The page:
Sunday, June 06, 2010

Remembering Really Old Battles
That Don't Matter Anymore

On this day...

Battle at Novara
In 1513 during the War of the Holy League Swiss mercenaries defeated a French army under Louis de la Trémoille when his Swiss mercenaries refused to fight the other Swiss mercenaries. The victory restored the 20 year old Maximilian Sforza as Duke of Milan where he served as a puppet to the Swiss mercenaries he had hired. Two years later the French returned, defeated the Duke's Swiss mercs, and threw poor Max in a dungeon for the rest of his life (15 more years). Note, while it was fought in their country, the Italians pretty much tried to stay out of the fighting.

Battle at Monte Carlo
The English and Portuguese defeated the Spanish in southern France during the Anglo-Dutch War. These guys really needed a Michelin Guide. The battle was so important neither the British, Spanish, Portuguese, or Dutch seem to remember it.

Battle of Stoney Creek
In 1813, the United States had invaded Canada (because we couldn't reach England). The battle was lost because the Americans had released a captured Canadian prisoner (Guantanamo hadn't been invented yet) and gave him the top secret password so he could walk through the picket lines to go home. The Americans made him promise to keep the secret. He didn't. The British used the password to breach American defenses and win the day.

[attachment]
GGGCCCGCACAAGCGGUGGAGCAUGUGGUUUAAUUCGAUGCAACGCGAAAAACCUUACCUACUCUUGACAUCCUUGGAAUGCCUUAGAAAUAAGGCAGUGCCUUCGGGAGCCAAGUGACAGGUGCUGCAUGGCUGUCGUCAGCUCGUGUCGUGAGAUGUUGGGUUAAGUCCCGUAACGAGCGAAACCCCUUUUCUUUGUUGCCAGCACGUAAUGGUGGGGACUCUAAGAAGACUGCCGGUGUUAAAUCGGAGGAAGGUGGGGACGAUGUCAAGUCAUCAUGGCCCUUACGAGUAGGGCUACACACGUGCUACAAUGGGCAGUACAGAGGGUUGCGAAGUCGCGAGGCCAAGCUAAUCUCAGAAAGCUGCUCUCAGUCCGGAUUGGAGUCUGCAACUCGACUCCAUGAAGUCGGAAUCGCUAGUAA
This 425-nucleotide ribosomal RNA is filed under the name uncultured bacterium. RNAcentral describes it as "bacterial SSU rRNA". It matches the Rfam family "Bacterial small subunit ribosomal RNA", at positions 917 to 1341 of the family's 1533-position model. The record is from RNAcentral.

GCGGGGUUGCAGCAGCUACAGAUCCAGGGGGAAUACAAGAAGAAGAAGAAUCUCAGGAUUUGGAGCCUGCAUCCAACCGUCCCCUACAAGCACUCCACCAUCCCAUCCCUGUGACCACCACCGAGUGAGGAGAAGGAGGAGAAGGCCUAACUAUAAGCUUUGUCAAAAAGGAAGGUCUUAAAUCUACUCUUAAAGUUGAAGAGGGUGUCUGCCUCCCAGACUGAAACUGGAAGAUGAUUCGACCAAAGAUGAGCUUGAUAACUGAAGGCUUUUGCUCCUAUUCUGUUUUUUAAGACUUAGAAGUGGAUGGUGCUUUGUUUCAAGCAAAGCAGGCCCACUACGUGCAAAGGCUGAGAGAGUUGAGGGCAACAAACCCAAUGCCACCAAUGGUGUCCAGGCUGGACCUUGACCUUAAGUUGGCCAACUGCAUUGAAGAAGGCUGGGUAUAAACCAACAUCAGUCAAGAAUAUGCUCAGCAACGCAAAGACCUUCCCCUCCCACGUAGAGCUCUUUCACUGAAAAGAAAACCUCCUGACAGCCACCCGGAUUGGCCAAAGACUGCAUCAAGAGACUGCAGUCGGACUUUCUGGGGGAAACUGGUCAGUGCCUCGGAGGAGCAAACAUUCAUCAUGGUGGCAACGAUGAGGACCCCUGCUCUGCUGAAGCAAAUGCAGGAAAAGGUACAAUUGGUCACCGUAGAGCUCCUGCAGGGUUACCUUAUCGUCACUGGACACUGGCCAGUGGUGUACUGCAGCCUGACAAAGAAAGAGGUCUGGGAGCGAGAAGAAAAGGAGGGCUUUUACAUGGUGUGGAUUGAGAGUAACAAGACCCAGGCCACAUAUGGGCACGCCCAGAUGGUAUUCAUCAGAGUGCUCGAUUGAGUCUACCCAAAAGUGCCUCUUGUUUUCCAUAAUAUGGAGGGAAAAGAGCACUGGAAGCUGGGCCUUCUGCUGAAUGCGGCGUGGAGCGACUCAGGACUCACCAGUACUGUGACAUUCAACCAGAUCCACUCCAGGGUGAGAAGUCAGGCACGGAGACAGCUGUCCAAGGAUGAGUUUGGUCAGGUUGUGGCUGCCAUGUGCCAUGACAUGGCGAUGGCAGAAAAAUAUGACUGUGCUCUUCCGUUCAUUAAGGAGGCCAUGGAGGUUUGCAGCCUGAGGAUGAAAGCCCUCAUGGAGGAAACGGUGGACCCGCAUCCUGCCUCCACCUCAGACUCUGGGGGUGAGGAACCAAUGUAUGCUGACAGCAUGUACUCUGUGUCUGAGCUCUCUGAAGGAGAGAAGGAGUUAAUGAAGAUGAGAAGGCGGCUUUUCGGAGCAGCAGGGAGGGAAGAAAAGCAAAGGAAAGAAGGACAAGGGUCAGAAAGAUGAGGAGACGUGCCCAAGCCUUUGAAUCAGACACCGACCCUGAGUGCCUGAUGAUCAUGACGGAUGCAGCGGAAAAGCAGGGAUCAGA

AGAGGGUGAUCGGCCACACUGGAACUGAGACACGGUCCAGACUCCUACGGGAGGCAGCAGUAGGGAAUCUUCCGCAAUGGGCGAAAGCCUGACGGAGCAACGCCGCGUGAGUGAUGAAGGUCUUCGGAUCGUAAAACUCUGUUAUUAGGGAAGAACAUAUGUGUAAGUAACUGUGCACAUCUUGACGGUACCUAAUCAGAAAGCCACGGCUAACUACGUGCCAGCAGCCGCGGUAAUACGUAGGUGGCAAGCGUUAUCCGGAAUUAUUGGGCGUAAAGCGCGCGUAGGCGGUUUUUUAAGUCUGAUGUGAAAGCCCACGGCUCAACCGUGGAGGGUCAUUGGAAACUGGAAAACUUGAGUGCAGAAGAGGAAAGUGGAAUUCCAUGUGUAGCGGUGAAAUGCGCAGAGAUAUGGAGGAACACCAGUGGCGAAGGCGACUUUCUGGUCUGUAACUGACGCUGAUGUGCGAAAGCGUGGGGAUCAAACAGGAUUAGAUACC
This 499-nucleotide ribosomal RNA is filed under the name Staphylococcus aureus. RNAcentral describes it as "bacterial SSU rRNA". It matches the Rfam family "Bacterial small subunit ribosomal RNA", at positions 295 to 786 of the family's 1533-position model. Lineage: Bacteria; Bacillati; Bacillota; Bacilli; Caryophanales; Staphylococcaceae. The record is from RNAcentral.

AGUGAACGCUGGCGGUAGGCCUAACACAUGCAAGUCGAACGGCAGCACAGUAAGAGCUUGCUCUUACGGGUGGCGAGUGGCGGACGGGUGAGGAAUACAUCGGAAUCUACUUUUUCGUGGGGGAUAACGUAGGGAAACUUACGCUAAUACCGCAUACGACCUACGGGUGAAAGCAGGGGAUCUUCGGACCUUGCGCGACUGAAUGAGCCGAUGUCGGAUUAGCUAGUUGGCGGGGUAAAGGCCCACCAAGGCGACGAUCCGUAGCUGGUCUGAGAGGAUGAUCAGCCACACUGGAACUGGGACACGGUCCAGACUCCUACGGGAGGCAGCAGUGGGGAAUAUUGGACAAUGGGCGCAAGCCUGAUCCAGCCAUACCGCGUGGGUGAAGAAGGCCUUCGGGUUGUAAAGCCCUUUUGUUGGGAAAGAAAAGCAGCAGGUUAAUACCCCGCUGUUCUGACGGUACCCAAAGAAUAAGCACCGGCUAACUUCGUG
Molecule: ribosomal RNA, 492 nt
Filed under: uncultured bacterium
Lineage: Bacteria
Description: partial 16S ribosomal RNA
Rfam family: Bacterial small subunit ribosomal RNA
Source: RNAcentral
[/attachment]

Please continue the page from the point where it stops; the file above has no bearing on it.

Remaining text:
Battle of Port Royal, South Carolina (1862)
Not to be confused with the 1779 Battle of Port Royal, or the 1861 Battle of Port Royal, or the January 1862 Battle of Port Royal, or the 1863 Battle of Port Royal. The Civil War was not kind to Port Royal.

Battle of Belleau Wood
It was the first US Marines fighting of World War I. The Marines consider it a heroic battle. Most historians consider it a horrible fuck up where the Americans ignored all of the lessons the British and French had learned during five years of ugly trench warfare and marched a brigade of Marines across an open field towards German machine guns. The German's biggest problem was overheating the machine guns during the slaughter.

British, Canadian, and American forces land on the beaches of Normandy.

No comments: